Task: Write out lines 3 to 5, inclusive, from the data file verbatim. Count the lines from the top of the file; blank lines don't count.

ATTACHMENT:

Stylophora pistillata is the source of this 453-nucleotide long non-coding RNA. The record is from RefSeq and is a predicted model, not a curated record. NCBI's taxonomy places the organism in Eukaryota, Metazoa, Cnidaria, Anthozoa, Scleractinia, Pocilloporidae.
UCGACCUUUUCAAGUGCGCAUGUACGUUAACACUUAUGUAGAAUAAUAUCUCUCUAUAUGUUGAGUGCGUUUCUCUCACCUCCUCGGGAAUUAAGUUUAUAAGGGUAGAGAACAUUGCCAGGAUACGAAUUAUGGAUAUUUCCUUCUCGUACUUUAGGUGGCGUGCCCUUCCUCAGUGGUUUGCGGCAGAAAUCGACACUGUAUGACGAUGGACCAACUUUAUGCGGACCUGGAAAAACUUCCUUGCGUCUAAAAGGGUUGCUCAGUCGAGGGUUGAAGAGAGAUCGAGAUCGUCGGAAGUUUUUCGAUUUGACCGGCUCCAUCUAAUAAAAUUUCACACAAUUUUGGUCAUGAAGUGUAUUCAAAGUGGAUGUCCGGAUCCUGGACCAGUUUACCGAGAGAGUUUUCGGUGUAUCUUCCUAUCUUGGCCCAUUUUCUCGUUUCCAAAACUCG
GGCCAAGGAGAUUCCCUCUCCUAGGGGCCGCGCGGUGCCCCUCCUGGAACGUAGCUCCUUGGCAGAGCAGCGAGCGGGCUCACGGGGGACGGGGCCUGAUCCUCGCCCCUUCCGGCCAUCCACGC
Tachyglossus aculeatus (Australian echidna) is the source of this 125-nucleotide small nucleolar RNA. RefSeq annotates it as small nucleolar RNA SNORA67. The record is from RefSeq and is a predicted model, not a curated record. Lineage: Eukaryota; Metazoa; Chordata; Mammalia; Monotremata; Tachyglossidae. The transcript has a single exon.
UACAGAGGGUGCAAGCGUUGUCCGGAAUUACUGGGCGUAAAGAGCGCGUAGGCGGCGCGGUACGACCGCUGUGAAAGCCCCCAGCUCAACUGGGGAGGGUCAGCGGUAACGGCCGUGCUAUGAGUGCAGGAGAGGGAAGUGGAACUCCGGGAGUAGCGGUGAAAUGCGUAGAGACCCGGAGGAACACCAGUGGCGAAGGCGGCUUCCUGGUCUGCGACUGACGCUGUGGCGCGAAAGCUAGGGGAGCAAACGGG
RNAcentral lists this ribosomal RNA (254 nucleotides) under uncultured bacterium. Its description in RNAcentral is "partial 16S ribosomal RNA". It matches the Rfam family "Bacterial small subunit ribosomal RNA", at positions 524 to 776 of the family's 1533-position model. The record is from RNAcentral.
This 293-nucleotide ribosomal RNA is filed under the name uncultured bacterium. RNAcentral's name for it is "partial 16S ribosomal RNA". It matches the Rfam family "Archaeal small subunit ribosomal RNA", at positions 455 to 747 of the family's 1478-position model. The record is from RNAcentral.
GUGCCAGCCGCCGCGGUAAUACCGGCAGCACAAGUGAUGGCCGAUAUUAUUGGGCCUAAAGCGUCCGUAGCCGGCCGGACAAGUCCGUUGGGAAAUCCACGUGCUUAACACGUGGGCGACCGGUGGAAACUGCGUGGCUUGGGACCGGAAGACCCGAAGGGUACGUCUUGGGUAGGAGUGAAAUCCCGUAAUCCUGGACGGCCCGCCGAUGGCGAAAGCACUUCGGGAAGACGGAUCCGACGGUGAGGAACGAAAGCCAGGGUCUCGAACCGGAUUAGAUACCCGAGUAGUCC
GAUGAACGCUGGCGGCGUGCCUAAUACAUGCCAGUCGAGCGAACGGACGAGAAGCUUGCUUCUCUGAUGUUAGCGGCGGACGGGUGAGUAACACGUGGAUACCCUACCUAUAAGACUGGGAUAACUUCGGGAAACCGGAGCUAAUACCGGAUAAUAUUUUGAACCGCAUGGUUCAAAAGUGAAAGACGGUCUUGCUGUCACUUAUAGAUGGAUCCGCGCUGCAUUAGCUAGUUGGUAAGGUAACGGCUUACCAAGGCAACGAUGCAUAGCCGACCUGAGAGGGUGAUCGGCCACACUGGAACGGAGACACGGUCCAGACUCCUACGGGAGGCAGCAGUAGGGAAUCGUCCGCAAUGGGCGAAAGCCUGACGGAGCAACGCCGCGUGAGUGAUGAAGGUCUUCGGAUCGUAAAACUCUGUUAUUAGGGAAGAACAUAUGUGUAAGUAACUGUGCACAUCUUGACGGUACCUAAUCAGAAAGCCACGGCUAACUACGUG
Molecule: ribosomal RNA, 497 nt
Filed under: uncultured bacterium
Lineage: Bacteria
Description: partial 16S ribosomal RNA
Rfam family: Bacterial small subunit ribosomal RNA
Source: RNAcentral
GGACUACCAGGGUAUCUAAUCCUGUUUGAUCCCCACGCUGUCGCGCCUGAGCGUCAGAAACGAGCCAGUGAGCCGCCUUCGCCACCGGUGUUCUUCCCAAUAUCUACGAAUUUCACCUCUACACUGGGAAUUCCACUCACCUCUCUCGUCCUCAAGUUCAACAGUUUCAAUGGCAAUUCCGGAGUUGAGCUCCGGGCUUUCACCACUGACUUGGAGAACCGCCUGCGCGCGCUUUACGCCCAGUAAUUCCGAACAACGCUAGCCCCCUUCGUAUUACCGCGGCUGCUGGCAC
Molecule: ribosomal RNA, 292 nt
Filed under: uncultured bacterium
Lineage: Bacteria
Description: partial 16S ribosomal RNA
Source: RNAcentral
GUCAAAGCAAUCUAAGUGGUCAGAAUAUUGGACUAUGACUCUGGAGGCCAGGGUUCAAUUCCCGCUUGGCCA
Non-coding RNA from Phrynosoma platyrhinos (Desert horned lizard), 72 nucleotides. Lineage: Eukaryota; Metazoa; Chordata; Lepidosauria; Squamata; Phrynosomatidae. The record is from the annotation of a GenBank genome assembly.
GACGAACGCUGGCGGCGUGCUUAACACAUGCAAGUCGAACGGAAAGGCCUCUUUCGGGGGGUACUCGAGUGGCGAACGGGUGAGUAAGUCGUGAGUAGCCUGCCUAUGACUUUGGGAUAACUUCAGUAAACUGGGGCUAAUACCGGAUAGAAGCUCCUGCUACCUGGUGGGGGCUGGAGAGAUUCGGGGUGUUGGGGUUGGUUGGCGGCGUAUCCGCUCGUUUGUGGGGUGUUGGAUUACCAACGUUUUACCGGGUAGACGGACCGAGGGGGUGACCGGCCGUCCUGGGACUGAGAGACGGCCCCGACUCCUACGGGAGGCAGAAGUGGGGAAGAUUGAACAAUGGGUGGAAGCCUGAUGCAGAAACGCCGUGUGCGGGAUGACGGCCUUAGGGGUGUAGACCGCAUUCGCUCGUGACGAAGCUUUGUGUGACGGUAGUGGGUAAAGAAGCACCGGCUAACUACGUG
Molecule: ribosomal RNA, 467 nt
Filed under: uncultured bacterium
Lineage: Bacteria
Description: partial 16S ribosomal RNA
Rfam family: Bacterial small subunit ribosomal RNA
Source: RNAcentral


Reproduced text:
GGCCAAGGAGAUUCCCUCUCCUAGGGGCCGCGCGGUGCCCCUCCUGGAACGUAGCUCCUUGGCAGAGCAGCGAGCGGGCUCACGGGGGACGGGGCCUGAUCCUCGCCCCUUCCGGCCAUCCACGC
Tachyglossus aculeatus (Australian echidna) is the source of this 125-nucleotide small nucleolar RNA. RefSeq annotates it as small nucleolar RNA SNORA67. The record is from RefSeq and is a predicted model, not a curated record. Lineage: Eukaryota; Metazoa; Chordata; Mammalia; Monotremata; Tachyglossidae. The transcript has a single exon.
UACAGAGGGUGCAAGCGUUGUCCGGAAUUACUGGGCGUAAAGAGCGCGUAGGCGGCGCGGUACGACCGCUGUGAAAGCCCCCAGCUCAACUGGGGAGGGUCAGCGGUAACGGCCGUGCUAUGAGUGCAGGAGAGGGAAGUGGAACUCCGGGAGUAGCGGUGAAAUGCGUAGAGACCCGGAGGAACACCAGUGGCGAAGGCGGCUUCCUGGUCUGCGACUGACGCUGUGGCGCGAAAGCUAGGGGAGCAAACGGG